Good morning, Bulletin readers. Fresh drama at the NRA saw the resignation of its chief lobbyist, right on the heels of its breakup with the marketing firm responsible for shaping the group’s bellicose image. Your Thursday briefing begins below.

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NEW from THE TRACE: Another day of turmoil at the NRA. In a letter, Wayne LaPierre, the National Rifle Association’s chief executive, informed board members and staff that Chris Cox, the organization’s top lobbyist and second-ranking official, had “tendered his resignation.” Last week, Cox was suspended for his alleged role in an attempt to oust LaPierre during the NRA’s annual meeting. (Cox denies the accusation.) The news about Cox came less than 12 hours after the gun group announced it was dissolving its business relationship with Ackerman McQueen, resulting in the end of new programming for NRATV. Also yesterday: NPR reports that a Democratic congressman requested documents from LaPierre, launching yet another probe of the group’s nonprofit status. Tom Kutsch has our story.

Democratic presidential candidates joust for the gun reform mantle. At the first debate of the 2020 election cycle, several of the contenders grabbed the opportunity to voice their support for stronger national gun laws and other safety measures:

  • Senator Elizabeth Warren stressed that gun violence should be treated like “a national health emergency.”
  • Senator Cory Booker talked about living in a neighborhood where gun violence is routine and declared the issue personal for him. He pitched his plan for a federal permit-to-purchase system: “If you need a license to drive a car, you should need a license to buy and own a firearm.” Some observers declared Booker the winner of the gun control round of last night’s face-off. 
  • Representative Tim Ryan advocated for “trauma-based care in every school” to reduce the carnage of school shootings.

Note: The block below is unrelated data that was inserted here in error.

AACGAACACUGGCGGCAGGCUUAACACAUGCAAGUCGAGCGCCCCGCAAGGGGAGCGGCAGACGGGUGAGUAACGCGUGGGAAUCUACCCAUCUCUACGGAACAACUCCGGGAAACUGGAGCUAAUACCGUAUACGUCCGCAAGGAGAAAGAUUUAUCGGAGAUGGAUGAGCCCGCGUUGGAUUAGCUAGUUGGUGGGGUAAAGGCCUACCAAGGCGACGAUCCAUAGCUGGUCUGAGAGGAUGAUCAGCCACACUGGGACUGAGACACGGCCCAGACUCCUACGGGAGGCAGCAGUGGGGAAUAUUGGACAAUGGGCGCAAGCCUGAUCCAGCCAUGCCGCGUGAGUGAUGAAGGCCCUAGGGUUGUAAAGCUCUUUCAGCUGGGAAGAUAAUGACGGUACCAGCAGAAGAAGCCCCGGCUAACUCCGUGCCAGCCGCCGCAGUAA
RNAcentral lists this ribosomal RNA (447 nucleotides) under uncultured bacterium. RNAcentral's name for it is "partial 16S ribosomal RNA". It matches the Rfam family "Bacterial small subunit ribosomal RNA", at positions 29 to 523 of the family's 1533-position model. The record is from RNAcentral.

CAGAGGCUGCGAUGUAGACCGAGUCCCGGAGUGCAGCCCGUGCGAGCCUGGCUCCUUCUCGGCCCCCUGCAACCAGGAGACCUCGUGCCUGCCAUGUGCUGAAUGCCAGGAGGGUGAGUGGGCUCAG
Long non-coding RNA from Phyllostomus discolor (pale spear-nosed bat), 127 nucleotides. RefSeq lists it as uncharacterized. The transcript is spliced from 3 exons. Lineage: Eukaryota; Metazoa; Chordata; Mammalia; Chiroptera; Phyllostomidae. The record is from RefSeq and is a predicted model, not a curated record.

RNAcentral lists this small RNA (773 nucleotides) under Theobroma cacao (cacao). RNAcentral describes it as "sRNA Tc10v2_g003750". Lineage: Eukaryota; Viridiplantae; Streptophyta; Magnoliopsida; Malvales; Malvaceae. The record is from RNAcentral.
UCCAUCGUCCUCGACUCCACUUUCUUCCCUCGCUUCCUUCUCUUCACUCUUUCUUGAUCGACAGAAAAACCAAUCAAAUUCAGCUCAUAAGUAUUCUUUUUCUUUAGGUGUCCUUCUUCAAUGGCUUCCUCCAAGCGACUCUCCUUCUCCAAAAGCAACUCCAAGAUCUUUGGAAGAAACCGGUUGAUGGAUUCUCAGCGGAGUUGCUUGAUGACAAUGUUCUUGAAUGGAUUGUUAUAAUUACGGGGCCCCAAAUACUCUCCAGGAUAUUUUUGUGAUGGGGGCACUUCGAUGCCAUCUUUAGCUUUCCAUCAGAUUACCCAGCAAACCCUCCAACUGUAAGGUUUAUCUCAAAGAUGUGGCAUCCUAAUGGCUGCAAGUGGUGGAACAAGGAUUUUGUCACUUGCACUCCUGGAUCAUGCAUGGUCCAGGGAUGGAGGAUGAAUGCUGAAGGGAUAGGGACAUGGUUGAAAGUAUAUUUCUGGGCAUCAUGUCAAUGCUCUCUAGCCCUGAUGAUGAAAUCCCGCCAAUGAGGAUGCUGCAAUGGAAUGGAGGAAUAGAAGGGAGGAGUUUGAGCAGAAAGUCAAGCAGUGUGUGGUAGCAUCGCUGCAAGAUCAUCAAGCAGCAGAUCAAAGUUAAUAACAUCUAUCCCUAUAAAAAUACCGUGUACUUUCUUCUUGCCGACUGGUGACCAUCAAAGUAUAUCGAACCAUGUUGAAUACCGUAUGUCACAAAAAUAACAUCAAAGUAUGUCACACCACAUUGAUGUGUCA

• Former Congressman Beto O’Rourke pushed for an assault weapons ban and red flag laws, and praised young Parkland survivors for “making our democracy work.”
  • Senator Amy Klobuchar echoed that: “If we get bested by a bunch of 17-year-olds, it’s the best thing that ever happened.”
  • New York City Mayor Bill De Blasio said that in order to stop shootings and get guns off the street “we have to have a very different relationship between our police and our community.” 

We’ll be following along again tonight as the second slate of Democratic candidates gets their turn at the lectern. Read more about their positions on guns in our guide to the Democratic field.

The city of Philadelphia is closing “nuisance” businesses to combat gun violence. A week after a woman was murdered in front of a strip of South Philly storefronts, city agencies issued violations and temporarily shuttered four of them on Tuesday. “The public drinking, gambling, things that may [occur] on the exterior of the store, it causes a lot of problems,” the City Council president said.

A Kansas City couple is suing the manufacturer of the gun that killed their son. Alvino and Beverly Crawford filed a negligence lawsuit against Jimenez Arms, the Nevada-based manufacturer of the gun used in the 2016 shooting of Alvino Dwight Crawford Jr. They say the company knowingly sold its guns to illegal traffickers who were not federally licensed dealers.

A California woman was arrested after her 12-year-old son killed his twin with an unsecured gun. She was charged with felony child cruelty after one of her boys found a gun in her bedroom and killed his brother with it in San Bernardino on Monday. No adults were home at the time.


At least one person is shot at work each day in the U.S. That stat opens a new series from NPR’s Marketplace examining gun violence in the workplace. In 2017, a total of 351 people were intentionally shot to death at work. Entire industries have sprung up around workplace gun violence, including active shooter insurance and workplace violence and trauma consultants.